The fact that the program hasn't changed since it first started is something Mackiewicz believes draws some youth into scouting.

"It's for the better," he said. "A lot of the youth like to see some consistency in their lives and this provides that for them."

Keith Mason and his 9-year-old son, Daryn, know what it's like to be a part of Troop 282. Keith grew up spending time in the troop in the 1970s and Daryn is now entering his second year in Boy Scouts.

Reliving those old scouting memories through his son is something Mason enjoys. While he likes to follow Daryn as he goes through the program, Mason knows independence is a good thing for him to learn going forward.

"Sometimes I have a hard time letting go with Daryn pushing away from spending all of time with his dad," Mason said. "I'm proud of the interaction he has with the others in the troop and the scouting experience as a whole. This is something that all young men should go through."

When Mason was involved in Boy Scouts, there were no arcades, fun centers or recreation centers around. "The interaction with others and the camaraderie we shared is something that still lasts to this day," Mason said.

Despite the long period of time since he left Boy Scouts, Mason still keeps in contact and sees some friends from scouting to this day.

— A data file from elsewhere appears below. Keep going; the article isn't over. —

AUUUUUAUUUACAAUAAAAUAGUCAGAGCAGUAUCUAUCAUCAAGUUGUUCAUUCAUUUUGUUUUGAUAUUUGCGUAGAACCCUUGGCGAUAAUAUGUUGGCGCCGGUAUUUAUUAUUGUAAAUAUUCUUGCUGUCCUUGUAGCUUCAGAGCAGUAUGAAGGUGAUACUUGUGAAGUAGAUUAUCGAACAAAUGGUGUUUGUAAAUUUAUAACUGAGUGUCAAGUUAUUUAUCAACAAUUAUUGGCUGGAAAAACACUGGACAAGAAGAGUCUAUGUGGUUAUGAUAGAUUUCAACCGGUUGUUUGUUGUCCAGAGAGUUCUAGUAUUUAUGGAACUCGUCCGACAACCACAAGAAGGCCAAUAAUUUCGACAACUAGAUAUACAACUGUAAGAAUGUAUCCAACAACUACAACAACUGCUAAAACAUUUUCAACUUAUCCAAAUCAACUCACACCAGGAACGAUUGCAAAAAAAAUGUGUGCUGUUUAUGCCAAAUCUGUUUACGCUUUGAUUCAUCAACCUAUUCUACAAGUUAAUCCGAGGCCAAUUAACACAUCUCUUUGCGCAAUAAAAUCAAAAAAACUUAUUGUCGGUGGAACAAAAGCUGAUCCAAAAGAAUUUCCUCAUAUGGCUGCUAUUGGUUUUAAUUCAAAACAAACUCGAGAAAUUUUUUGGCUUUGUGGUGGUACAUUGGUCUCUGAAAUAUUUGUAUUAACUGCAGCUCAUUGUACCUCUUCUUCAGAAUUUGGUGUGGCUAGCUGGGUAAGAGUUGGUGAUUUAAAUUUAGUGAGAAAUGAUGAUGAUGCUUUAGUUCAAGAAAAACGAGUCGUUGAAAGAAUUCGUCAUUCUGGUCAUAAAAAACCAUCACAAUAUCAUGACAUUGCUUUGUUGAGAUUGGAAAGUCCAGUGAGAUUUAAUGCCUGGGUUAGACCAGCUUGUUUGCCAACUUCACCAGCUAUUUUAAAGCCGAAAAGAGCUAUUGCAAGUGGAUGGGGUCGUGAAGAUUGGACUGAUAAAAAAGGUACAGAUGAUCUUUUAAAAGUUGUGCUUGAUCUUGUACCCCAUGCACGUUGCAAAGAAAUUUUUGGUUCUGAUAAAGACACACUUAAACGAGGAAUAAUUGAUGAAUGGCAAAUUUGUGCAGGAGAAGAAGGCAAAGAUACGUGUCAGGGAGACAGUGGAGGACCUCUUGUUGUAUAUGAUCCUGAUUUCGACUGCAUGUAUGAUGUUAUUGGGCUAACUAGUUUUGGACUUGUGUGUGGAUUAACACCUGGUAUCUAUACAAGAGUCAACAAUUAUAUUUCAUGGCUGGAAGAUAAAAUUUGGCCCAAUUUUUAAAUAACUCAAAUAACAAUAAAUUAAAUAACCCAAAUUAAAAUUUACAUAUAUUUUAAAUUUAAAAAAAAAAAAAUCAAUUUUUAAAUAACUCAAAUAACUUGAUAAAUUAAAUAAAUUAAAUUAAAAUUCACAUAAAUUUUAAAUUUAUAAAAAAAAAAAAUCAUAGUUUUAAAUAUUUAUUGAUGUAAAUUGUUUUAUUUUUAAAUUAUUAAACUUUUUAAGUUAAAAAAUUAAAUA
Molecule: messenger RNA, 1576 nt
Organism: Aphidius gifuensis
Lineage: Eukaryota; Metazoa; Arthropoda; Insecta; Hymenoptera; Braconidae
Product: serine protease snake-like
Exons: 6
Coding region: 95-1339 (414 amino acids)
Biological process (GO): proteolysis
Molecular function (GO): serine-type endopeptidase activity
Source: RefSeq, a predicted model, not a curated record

"30 years later and I am still talking with some of them," he said.

So now after 100 years, what does the future hold for Boy Scouts?

"I think it can only get better from here," Behn said. "While we have our challenges to deal with, Boy Scouts is still going strong in the lives of the youth and adults who are involved in it."

Despite the difficulties faced with getting young boys involved in scouting with other options including sports and playing video games, Mackiewicz thinks Boy Scouts will stay strong.

"They have been around for 100 years and I believe that it (Boy Scouts) will move into the next millennium and go on for another 100 years," he said.

While the number of years continues to grow in terms of his involvement with boy scouts, Mackiewicz said he will continue on as a troop leader with one caveat.

"As long as they will have me around, I have the will to continue on as a scoutmaster," he laughed.

With the program staying virtually unchanged after decades of service, Mason is hoping that the organization continues to stay true to their beliefs and continues to teach young men values to live by in life.

"I hope that the Boy Scouts keep the same formula that has been around since it first started 100 years ago," he said. "I can only see the program being more of a success going forward."

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July 8, 2010